Garneau was transformed from: “The leadership of the Liberal Party is too important a position to be handed to an untested candidate who is hiding behind a carefully crafted public relations campaign,” to vigorously endorsing the Dear Leader as a True Leader with a “great public relations campaign.” (and a rear guard action to cover your political ass!)

      Internal analysis – aka “thought reform” – is the new scientology method of politics Liberal-style. Is the Liberal party going on the rocks and sinking fast, or will besotted Canadiennes launch a new political star into the Ottawa heaven?! I love Justin therefore he can be my leader! Is that what Canadian politics has descended to?

  25. Paul Brennan says:

    wow ..this issue always triggers debate …thats for sure ..look at the discussion this created here…

    • Michael Bluth says:

      Most of the debate in this comments is on the tactics/strategy of JTs declaration and the manner in which he made the declaration as opposed to the issue itself. The LPOC was successful when it was a big tent party. The strategy of moving to the left is curious. It’s fascinating to watch how he and his brain trust are positioning the party in advance of the next election.

  26. Spencer says:

    I don’t think it was necessary to make this a requirement, the federal Liberals have been de-facto pro-choice for quite a while and everyone pretty much knows at this point the abortion debate isn’t going to be reopened any time soon (never mind the courts wouldn’t reverse course on it). That being said I do disagree about it being a huge divisive issue Warren. Most Catholics these days don’t toe the church line on social issues, even middle-age and older people. Unlike in the US as well, abortion isn’t usually a dominant issue in Canadian elections (other concerns usually rank higher though it gets a fair bit of coverage due to how vocal people can be about it). Even people that lean somewhat against abortion (outside hardcore pro-lifers) will usually vote for a pro-choice party if it represents their interests in other areas.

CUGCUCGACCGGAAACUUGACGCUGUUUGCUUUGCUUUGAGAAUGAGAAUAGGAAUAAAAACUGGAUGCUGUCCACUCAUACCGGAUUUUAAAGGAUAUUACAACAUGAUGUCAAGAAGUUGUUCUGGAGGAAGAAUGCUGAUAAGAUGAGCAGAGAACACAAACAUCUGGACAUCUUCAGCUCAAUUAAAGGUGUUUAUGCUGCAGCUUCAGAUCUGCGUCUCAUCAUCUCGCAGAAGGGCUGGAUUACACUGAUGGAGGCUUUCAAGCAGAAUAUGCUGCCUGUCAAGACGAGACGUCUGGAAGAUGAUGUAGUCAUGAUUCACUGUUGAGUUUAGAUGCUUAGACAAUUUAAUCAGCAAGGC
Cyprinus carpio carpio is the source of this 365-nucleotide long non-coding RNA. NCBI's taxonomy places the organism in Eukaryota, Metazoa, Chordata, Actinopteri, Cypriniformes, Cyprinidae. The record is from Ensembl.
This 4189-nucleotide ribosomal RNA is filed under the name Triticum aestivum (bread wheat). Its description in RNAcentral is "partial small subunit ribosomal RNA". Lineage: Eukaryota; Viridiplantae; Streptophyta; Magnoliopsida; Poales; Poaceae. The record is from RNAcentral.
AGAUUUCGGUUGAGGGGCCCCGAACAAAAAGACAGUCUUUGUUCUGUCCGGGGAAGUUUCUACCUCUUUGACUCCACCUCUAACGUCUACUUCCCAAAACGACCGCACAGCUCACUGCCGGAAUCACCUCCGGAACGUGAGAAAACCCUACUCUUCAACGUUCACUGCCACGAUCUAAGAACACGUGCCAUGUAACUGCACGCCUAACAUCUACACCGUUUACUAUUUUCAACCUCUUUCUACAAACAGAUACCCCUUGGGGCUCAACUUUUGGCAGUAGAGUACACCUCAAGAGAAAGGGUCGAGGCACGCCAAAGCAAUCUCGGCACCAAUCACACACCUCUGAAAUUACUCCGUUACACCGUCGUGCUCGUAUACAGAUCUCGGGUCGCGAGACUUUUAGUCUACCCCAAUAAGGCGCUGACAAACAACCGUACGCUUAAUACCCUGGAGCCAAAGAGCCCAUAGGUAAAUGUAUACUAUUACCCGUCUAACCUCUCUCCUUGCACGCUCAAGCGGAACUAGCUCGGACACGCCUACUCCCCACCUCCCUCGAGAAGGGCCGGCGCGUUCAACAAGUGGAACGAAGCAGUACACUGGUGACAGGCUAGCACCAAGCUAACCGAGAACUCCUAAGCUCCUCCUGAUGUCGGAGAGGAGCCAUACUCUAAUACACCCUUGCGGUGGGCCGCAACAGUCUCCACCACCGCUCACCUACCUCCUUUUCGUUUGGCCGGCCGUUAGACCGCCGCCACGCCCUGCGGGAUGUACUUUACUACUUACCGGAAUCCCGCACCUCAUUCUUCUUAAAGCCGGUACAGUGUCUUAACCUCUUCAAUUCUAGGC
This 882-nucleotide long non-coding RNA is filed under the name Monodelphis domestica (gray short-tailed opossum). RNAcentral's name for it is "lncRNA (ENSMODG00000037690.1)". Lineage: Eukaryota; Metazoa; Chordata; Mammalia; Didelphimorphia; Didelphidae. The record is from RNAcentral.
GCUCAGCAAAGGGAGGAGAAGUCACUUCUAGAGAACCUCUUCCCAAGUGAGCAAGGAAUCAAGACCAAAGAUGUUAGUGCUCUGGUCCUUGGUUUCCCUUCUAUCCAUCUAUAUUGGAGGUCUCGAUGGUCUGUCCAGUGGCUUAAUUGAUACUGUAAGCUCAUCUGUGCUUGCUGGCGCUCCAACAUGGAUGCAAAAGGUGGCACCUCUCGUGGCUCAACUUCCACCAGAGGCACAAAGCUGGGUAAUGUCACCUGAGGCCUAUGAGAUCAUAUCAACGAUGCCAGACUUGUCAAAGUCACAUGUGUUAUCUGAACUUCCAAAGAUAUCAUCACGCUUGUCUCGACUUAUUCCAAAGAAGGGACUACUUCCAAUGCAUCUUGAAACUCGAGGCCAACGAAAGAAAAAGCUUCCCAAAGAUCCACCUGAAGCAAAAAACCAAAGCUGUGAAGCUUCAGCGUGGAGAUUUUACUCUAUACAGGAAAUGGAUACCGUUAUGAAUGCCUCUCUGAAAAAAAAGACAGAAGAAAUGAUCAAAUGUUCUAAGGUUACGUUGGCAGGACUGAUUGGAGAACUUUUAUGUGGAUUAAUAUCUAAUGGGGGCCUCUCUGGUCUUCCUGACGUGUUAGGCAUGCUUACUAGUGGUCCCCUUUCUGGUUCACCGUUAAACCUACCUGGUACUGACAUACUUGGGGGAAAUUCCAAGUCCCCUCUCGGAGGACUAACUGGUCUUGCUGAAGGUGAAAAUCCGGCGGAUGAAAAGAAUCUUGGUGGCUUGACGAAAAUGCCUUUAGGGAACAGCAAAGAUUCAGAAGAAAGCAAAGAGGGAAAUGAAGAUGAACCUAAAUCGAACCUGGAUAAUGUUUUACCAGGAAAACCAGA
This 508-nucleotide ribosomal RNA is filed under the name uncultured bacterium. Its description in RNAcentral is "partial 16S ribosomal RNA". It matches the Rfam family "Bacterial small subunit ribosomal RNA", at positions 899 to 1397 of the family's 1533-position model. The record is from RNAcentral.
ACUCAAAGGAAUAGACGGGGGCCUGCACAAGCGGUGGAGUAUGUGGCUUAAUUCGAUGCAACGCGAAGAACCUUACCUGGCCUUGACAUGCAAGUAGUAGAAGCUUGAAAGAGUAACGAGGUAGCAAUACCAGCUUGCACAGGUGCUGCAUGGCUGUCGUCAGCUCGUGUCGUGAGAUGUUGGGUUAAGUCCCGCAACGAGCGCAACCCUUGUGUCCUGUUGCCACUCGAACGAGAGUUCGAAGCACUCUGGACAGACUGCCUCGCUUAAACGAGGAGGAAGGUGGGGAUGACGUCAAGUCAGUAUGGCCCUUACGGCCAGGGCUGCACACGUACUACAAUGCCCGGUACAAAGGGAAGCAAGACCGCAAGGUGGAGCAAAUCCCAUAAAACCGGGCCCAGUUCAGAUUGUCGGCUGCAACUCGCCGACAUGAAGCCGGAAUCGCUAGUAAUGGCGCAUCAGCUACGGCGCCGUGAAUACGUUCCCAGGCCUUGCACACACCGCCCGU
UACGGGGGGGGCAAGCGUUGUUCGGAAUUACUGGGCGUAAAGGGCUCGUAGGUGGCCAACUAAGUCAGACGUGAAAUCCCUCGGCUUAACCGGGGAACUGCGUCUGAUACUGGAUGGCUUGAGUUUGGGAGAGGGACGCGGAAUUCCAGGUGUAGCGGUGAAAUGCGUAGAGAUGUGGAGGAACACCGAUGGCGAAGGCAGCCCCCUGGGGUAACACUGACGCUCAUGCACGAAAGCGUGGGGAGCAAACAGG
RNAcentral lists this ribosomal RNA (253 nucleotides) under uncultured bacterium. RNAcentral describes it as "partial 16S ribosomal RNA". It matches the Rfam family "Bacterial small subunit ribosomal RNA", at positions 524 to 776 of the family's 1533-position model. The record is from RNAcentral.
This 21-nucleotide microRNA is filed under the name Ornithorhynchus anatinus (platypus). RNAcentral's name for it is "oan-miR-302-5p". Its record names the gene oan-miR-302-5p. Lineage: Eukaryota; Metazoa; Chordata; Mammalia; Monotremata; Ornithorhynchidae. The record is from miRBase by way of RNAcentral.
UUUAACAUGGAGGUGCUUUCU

I don’t think we should take the promise for open nominations 100% literally either. Obviously there are going to be some requirements or restrictions when seeking a party nomination, but you can still have a relatively open local nomination. Basically once the base requirements are met, keep interference and backroom power plays to a minimum and let local associations make their choice.

    • Reality.Bites says:

      Consider something else – if this blows up as an issue, the NDP have no grounds to criticize him. And the Conservatives, if they try, have it pointed out that Harper’s position is virtually the same. Yes, “pro-life” people can run for the Conservative Party. And under Harper, if they try to actually do anything about it, they’re smacked down completely.

      More importantly though, if Harper is NOT the leader going into the next election, Trudeau has brought up an issue they’d love to see buried. For a presumed front-runner like Jason Kenney, this is a nightmare.